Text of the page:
Abundance is visible now. There is a profusion too. My favorite word to describe this is plethora. But our subject is not excessive. It is beautiful. Lavish works, it is an amazing descriptor for this place. Our subject is native prairie. Few ever see the surprising beauty of a prairie. Busy lives and other priorities are the chief reasons.
In his book A Sand County Almanac, Aldo Leopold wrote about the progression of blooms in a summer prairie. He chose the words “prairie birthday” to describe the abundance found in a summer prairie. He wrote, “In June as many as a dozen species may burst their buds on a single day.”
These photos record the prairie plant birthdays that are occurring now in early July. From top to bottom there is Blue Vervain, Purple Prairie Clover, Black Eyed Susan, False Sunflower, White Prairie Clover, and Anise Hyssop.
All of these plants were growing in the same restored prairie. All were in bloom the same day. There were still other prairie natives whose blooms I did not photograph.
Leopold began the forward in his Sand County Almanac with the words, “There are those who can live without wild things, and some who cannot. These essays are the delights and dilemmas of one who cannot.” (Sand County Almanac, 1949.)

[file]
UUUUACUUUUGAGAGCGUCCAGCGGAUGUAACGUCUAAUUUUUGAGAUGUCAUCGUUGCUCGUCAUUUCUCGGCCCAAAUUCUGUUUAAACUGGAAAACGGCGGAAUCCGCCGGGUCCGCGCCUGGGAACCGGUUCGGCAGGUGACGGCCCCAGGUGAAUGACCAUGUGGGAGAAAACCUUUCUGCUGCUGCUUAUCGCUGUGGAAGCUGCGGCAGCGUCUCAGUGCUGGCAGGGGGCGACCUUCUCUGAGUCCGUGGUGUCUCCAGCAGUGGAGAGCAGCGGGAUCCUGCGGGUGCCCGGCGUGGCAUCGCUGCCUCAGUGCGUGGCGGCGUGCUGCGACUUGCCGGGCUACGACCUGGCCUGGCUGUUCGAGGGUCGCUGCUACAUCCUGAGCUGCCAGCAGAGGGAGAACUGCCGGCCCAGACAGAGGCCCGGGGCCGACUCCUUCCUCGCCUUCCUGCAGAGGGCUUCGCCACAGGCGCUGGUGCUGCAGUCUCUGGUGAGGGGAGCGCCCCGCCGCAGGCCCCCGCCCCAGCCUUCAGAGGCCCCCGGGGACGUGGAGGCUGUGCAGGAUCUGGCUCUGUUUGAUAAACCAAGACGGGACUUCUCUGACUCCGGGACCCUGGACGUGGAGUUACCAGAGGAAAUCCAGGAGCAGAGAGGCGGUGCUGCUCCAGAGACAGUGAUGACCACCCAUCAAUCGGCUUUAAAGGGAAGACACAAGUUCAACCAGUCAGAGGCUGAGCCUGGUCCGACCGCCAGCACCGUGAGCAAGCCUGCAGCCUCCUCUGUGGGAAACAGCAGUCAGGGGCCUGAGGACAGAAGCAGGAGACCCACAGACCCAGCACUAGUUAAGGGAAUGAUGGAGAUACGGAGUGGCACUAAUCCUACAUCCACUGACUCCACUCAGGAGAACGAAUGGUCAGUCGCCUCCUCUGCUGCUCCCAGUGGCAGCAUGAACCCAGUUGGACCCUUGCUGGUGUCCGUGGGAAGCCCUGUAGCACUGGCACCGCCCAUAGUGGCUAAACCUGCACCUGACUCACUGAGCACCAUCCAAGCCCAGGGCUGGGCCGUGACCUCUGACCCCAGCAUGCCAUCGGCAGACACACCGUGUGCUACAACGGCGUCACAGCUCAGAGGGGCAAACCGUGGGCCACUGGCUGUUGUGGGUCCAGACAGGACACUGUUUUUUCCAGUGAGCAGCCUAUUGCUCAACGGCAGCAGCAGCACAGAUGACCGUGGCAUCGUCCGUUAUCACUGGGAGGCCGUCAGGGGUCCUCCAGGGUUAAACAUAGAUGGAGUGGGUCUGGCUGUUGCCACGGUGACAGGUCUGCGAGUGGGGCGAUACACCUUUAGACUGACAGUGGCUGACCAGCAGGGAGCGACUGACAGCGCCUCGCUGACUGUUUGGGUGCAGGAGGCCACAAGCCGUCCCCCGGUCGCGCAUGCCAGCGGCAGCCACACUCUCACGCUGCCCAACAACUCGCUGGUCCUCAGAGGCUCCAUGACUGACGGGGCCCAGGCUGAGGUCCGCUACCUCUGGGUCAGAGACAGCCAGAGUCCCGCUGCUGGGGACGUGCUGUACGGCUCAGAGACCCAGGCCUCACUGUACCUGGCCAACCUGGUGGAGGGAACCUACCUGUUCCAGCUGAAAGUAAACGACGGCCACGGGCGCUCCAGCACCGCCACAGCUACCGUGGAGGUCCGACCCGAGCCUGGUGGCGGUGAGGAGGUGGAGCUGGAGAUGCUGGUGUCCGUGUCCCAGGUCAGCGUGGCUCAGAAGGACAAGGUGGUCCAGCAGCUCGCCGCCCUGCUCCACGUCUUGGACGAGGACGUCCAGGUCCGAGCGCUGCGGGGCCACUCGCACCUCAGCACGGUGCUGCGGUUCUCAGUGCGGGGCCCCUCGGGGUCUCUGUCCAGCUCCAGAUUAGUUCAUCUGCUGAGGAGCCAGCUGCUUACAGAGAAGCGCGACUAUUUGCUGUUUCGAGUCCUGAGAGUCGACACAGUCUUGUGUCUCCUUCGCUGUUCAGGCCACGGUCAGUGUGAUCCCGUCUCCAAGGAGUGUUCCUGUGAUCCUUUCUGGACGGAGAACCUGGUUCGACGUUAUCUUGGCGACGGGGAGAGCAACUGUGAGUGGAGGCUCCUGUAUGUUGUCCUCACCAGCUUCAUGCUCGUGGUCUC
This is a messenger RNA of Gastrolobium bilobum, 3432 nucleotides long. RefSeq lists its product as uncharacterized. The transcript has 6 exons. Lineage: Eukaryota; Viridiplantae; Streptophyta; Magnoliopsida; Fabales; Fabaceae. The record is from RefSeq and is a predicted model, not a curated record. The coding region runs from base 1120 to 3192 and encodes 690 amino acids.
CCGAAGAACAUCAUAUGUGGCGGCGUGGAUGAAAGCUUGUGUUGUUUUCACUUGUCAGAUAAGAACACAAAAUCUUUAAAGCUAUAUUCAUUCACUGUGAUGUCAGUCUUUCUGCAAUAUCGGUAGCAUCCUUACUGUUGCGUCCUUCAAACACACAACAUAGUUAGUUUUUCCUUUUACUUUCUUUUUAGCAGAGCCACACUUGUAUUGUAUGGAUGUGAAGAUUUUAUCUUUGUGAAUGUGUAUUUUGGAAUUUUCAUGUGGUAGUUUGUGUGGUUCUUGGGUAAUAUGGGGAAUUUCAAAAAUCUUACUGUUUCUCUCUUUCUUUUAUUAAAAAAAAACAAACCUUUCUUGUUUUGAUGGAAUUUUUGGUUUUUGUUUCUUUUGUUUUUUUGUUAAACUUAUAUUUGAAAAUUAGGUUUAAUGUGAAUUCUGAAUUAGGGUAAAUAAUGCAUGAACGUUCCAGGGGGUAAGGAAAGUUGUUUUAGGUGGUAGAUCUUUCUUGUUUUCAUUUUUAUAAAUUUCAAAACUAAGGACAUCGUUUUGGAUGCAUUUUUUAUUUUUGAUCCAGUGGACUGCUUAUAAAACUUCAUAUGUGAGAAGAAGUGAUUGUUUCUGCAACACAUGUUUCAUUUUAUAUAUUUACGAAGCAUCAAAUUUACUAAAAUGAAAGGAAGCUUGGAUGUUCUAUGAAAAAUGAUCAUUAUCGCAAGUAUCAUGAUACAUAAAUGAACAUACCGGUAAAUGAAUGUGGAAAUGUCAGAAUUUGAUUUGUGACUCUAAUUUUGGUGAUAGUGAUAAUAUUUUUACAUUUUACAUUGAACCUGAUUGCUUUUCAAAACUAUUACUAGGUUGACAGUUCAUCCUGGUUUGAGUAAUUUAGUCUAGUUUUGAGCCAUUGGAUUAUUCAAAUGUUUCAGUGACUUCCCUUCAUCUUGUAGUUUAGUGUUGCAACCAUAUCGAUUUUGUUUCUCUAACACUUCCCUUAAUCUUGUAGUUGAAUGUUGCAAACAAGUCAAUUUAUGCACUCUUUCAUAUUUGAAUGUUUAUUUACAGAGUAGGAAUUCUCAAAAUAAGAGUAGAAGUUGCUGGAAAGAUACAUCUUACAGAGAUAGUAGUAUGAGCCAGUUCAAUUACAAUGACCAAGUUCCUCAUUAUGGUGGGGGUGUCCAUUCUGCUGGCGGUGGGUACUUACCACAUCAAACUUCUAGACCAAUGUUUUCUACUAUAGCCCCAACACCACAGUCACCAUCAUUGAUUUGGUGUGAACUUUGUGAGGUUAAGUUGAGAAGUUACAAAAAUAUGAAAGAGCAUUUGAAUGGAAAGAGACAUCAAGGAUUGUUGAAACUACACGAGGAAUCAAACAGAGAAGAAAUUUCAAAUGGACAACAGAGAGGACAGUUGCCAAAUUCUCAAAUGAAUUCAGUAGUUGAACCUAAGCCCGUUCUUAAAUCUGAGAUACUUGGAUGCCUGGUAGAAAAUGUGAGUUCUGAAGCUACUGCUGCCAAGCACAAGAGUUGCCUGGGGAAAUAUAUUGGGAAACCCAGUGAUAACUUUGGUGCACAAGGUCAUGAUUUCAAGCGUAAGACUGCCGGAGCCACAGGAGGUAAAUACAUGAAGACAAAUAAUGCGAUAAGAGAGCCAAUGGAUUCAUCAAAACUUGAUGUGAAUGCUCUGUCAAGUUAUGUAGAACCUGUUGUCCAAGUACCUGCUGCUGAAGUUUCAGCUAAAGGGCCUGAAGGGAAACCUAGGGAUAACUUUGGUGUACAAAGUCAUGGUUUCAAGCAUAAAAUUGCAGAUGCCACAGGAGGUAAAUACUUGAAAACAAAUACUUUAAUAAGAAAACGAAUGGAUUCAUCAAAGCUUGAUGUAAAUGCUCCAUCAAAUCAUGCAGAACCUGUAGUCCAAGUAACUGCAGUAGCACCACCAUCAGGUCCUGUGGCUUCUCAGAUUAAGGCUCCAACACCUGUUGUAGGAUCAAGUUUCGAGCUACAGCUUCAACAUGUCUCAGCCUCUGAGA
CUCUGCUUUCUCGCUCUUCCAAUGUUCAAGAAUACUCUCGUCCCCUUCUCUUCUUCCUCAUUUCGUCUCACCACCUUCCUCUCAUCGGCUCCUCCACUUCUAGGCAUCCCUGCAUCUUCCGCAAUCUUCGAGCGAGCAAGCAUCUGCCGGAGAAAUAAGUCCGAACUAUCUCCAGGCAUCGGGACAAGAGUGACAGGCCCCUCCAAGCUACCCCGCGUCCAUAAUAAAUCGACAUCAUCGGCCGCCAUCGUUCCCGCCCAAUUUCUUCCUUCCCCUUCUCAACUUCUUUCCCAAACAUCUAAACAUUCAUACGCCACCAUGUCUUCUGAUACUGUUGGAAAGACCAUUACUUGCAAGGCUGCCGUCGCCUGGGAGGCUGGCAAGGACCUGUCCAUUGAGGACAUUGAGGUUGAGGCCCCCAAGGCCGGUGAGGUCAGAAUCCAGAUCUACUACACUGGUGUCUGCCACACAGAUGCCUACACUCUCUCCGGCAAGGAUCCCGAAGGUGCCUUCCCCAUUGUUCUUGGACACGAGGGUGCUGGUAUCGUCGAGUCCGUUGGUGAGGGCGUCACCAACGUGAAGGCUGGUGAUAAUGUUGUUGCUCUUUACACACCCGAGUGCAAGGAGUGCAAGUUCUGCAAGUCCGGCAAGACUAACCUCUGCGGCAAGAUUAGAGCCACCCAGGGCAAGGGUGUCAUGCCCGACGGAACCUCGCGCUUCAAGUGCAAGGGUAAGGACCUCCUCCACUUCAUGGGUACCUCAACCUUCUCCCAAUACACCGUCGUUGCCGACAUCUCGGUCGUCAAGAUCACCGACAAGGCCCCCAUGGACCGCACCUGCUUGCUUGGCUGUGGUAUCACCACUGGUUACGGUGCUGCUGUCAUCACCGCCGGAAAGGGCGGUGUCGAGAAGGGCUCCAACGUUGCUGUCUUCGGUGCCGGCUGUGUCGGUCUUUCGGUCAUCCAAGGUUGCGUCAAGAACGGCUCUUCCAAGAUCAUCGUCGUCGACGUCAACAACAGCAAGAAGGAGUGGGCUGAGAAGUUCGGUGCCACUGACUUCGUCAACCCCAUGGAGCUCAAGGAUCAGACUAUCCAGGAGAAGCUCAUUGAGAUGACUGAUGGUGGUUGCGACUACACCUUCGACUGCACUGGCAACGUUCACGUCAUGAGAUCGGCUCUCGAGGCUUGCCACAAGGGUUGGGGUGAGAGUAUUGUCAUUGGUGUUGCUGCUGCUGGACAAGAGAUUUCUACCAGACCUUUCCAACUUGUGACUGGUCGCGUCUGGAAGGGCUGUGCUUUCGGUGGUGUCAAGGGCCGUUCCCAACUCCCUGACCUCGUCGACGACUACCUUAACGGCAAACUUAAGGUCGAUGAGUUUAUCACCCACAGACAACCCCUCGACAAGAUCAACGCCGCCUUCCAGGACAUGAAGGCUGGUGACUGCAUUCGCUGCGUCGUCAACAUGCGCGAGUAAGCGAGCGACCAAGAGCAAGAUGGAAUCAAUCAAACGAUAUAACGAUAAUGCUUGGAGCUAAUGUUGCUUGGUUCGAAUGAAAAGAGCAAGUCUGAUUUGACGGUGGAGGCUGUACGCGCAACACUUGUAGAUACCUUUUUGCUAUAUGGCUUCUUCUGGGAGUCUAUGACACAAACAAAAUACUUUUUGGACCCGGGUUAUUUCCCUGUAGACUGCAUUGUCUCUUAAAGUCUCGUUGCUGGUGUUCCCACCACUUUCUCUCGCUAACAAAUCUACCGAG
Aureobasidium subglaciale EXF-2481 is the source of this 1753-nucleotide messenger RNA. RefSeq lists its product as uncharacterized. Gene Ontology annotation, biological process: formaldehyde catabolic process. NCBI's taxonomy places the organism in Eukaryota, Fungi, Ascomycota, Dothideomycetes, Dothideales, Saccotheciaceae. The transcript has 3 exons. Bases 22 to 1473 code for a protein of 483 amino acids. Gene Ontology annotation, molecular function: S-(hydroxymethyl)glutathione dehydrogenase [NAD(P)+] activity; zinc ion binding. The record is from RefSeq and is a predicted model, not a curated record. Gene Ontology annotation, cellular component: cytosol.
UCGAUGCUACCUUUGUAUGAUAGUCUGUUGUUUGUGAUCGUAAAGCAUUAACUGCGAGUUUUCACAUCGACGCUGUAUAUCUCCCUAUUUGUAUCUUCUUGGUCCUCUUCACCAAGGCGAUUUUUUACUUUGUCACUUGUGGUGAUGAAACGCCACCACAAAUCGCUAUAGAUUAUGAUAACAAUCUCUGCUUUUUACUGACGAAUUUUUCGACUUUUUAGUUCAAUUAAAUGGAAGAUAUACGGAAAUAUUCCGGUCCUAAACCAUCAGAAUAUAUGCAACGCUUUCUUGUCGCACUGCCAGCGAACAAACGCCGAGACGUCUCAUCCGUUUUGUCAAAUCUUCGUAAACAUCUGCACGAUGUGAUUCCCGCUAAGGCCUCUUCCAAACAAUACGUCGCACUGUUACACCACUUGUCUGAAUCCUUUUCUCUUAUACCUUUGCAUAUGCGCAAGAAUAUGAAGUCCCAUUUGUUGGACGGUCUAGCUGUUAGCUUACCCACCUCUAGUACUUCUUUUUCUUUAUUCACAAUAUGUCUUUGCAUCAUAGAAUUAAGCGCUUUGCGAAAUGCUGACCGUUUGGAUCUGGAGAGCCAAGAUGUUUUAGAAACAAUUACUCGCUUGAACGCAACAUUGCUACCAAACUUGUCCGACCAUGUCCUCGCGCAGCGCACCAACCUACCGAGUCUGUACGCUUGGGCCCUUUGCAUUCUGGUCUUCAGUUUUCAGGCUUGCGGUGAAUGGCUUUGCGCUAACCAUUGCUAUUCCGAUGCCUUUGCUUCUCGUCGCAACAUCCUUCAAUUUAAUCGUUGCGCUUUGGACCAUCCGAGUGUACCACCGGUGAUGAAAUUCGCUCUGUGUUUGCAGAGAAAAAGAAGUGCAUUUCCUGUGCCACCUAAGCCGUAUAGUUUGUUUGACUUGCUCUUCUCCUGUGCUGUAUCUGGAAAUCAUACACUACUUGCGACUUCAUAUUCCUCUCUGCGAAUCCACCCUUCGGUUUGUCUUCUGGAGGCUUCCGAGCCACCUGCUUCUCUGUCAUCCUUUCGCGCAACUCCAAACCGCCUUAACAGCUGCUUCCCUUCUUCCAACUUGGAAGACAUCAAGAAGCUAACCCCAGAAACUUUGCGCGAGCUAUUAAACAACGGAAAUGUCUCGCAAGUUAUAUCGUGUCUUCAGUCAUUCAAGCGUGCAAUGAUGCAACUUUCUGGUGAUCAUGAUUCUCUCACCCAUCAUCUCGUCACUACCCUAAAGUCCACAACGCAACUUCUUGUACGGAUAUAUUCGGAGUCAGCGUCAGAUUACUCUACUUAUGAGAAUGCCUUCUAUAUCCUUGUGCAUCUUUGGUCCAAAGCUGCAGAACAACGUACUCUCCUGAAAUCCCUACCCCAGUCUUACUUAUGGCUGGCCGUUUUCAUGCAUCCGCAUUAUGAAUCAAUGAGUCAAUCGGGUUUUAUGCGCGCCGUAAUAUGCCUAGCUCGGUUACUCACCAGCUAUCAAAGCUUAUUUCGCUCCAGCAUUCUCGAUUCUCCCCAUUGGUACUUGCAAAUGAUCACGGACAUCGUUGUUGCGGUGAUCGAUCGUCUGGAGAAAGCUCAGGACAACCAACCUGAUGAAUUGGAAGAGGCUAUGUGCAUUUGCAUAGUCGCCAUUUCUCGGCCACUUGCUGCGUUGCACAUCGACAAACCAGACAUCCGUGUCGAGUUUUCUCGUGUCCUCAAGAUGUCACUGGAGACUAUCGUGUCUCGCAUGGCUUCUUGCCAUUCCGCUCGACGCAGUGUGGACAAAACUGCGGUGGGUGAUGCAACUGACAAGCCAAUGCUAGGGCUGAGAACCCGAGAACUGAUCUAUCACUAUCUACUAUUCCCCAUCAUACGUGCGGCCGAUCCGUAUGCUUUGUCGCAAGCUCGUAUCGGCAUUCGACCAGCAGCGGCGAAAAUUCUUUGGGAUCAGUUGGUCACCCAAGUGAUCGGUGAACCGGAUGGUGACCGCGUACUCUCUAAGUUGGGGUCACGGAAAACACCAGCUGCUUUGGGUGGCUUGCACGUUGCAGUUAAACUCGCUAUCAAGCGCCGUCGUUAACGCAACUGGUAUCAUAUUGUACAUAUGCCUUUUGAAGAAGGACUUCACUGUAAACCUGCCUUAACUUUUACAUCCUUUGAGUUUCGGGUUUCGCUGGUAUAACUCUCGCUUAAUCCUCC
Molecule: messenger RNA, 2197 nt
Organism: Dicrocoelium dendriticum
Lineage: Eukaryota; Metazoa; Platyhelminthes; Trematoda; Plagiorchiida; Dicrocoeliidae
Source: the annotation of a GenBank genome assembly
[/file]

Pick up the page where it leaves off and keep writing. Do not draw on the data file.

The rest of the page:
To see this beauty and brilliant color in one place, it is easy to agree with him.
Now the question which may seem immaterial. It is not. Why all of the abundance? Every prairie native pictured also produces a profusion of nectar, pollen and seed. The clovers enrich prairie soil with nitrogen. From insects to large mammals like white-tailed deer there is food in these plants. For the human who ventures into a prairie there is jaw dropping beauty. Abundant, yes, even extravagant, but not wasteful, that defines a prairie in summer.
Where does abundance originate? Our hearts tell us the answer if we pause to consider it. The intricate web of life in a summer prairie originates with the powerful hand of God. The evidence is vast. There is a universe filled with it.
Psalm 147:5 Great is our Lord, and abundant in power; his understanding is beyond measure.
We use abundant. Infinite is for God.